In terms of appointments, both the Fiesta and Focus have somewhat humble interiors, although either can be optioned rather nicely. Both offer symmetrical center stacks with infotainment controls placed atop HVAC controls. Titanium models come with leather seats. Overall though, the Focus’ interior is simply nicer, employing a more attractive design, better materials and more features overall, which we’ll discuss below.


Regular Fiesta models offer a 1.6-liter 4-cylinder engine making 120 horsepower and 112 lb-ft of torque. Regardless of body style, this engine will earn 27 mpg city, 37 mpg highway and 31 mpg overall when paired with the available 6-speed automatic transmission.

Step up to the much-loved Fiesta ST, and buyers are looking at a sprightly turbocharged 1.6-liter EcoBoost engine making an impressive 197 hp and 202 lb-ft of torque, mated exclusively to a 6-speed manual transmission. Configured this way, the Fiesta ST will go from 0-to-60 in 7.0 seconds while still earning a respectable 29 mpg combined.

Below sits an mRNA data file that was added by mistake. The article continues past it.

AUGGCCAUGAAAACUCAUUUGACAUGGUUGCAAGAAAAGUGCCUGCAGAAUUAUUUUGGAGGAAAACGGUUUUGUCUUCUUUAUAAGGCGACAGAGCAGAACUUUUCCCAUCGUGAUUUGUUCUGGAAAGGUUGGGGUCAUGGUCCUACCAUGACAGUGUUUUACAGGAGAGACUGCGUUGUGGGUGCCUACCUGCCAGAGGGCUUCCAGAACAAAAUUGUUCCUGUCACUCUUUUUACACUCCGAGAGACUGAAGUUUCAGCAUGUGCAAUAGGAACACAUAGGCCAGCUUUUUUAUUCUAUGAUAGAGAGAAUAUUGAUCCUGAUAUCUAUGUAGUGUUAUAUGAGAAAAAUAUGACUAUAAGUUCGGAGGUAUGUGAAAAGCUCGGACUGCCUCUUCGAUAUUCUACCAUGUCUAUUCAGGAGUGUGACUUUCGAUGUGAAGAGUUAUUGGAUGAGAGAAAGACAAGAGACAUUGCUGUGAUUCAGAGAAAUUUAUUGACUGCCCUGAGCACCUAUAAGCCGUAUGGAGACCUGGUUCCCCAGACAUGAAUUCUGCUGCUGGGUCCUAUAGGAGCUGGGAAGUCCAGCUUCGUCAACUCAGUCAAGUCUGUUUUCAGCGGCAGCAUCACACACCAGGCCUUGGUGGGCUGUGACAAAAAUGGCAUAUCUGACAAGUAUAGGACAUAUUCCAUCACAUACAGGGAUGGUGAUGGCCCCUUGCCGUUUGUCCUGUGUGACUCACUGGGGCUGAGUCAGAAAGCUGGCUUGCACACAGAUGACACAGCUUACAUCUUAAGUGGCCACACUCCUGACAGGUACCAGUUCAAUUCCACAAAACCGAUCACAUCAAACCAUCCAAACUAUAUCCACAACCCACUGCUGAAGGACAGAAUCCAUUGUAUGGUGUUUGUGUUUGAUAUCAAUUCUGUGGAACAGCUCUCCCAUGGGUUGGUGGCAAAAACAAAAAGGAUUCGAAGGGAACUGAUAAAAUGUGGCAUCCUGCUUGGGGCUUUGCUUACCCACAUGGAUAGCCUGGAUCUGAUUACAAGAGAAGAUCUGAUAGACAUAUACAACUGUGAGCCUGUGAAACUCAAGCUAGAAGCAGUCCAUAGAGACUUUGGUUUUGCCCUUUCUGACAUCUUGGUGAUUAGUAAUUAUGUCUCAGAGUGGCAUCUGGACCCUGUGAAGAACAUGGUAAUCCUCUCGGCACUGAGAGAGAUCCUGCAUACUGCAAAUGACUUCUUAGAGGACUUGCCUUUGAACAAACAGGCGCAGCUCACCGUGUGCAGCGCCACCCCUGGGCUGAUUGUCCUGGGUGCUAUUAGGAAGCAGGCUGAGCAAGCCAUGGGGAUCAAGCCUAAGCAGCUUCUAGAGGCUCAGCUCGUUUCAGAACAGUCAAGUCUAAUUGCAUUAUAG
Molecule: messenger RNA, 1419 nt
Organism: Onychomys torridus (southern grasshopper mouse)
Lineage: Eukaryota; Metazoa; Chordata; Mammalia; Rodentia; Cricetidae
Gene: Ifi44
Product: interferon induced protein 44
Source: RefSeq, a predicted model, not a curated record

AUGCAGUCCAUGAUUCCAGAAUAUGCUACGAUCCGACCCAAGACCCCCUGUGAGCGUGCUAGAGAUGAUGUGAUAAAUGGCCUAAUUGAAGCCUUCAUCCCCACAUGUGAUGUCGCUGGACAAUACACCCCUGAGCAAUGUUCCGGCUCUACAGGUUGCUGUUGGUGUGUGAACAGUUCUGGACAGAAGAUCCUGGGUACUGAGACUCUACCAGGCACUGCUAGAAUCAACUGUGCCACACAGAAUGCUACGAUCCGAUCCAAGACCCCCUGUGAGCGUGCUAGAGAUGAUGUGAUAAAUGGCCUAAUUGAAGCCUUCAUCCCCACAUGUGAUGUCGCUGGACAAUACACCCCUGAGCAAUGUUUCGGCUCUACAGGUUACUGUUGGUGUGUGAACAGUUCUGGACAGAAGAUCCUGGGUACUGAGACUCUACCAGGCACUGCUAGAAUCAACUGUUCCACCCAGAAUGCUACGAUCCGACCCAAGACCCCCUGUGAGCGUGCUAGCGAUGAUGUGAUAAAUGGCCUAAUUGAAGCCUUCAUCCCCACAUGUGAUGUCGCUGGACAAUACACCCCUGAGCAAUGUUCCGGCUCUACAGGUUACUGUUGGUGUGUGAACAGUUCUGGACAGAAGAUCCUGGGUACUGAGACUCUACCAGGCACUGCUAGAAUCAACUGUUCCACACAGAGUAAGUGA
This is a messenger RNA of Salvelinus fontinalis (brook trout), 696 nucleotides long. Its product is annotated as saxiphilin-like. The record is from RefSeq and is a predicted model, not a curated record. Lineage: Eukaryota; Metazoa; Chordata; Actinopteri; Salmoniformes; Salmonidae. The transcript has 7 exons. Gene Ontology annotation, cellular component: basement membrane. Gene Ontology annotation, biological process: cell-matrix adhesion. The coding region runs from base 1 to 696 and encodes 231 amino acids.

The Focus’ mainstream engine is a 2.0-liter 4-cylinder making 160 hp and 146 lb-ft of torque. When paired with an automatic transmission, this engine earns the Focus 26 mpg city/38 mpg hwy/31 mpg combined. Offered only on SE trim levels is an optional turbocharged 1.0-liter 3-cylinder making 123 hp and 148 lb-ft of torque. Equipped with an automatic transmission, this pint-sized turbo earns 27 mpg city/38 mpg hwy/31 mpg combined.

Focus ST models receive a 2.0-liter turbocharged 4-cylinder EcoBoost engine making 252 hp. Like its Fiesta counterpart, the Focus ST is only available with a 6-speed manual transmission. The Focus ST sprints to 60 mph in around 6.3 seconds and manages 25 mpg combined.

There’s also the mighty, low-production Focus RS, which offers 350 hp and all-wheel drive, but the RS falls outside of the scope of this comparison.